How to Build a Picture Frame

Cut the walnut frame pieces (A & B) to size (Cutting List) and miter their corners. Make the width of these pieces just a smidgeon (1/64″ to 1/32″) narrower than 7/8″. This will ensure the frame inside dimension is at least 5″ x 7″, so the glass and back will fit in your assembled frame. Double-check these dimensions. Glue the frame together (Photo 1). Sand the top and bottom of the walnut frame. Make the white oak frame front pieces (C), and glue them on top of the walnut frame (Photo 2). Sand the edges smooth and clean up any oozed glue in the rabbet. Drill the plug holes (Photo 3). Finish sand the frame and ease the sharp edges.

Make the square hole chopping jig from four pieces cut off the plug stock stick. Glue the pieces together using another piece to define the square hole in the jig’s center. Pull that piece out after the glue has set for a few minutes.

Make the square hole chopping jig from four pieces cut off the plug stock stick. Glue the pieces together using another piece to define the square hole in the jig’s center. Pull that piece out after the glue has set for a few minutes.

Making the Plug Stock & Square Hold Chopping Jig

Cut a 3/8″ x 3/8″ x 20″ piece of walnut to use for your plug stock and chopping jig. Accuracy is important; use a micrometer to confirm that the width and thickness are equal and visually inspect the ends to confirm the piece is square. Slightly larger than .375″ square is good to ensure the plugs completely cover the holes drilled in the frame face.Make the square hole chopping jig next. I devised this jig after my last attempt to chop square holes was less than 100% successful! The jig makes this task much easier and near foolproof. Cut two 3″long pieces and three 1-5/16″ long pieces from the plug stock stick. Make sure the ends of these pieces are absolutely square. Assemble the chopping jig (Photo 4) (Download the PDF of the exploded view of the picture frame and cut list at the beginning or end of this article). Sand the faces of the chopping jig to remove any glue.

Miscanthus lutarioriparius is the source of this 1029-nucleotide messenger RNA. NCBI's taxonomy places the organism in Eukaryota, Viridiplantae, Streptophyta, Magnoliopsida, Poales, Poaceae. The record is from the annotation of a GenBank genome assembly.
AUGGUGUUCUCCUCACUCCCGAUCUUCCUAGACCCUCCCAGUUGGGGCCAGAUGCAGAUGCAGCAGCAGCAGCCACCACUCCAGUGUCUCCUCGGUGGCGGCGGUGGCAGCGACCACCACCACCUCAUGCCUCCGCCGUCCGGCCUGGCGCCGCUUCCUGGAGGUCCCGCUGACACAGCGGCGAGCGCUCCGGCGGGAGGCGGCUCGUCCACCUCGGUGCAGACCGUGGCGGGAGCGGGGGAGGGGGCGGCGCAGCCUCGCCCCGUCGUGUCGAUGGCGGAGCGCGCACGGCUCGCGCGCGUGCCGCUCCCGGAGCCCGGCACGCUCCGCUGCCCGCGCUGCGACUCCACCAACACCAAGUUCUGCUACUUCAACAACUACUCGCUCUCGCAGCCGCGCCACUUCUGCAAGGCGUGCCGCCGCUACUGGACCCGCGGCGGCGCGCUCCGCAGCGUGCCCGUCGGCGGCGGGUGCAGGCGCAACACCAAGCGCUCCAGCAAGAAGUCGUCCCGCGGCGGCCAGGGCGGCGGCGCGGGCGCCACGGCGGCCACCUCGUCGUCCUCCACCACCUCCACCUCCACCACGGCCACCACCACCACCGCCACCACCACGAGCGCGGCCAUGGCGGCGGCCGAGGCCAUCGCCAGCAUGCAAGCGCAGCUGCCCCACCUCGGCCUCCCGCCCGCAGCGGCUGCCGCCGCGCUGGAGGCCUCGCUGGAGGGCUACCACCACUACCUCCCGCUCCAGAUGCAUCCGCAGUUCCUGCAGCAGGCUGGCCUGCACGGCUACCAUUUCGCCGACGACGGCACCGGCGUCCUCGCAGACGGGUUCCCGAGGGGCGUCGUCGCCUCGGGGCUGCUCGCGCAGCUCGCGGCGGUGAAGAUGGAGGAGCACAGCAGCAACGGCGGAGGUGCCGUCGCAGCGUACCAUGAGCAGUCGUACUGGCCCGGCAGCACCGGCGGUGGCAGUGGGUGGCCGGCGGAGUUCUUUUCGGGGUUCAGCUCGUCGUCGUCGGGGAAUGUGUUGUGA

Chop the square holes using the chopping jog and a 3/8″ or 1/4″ wide chisel. Align, center, and square the chopping jig over each hole, then clamp it in place tight to keep it from shifting as you chop.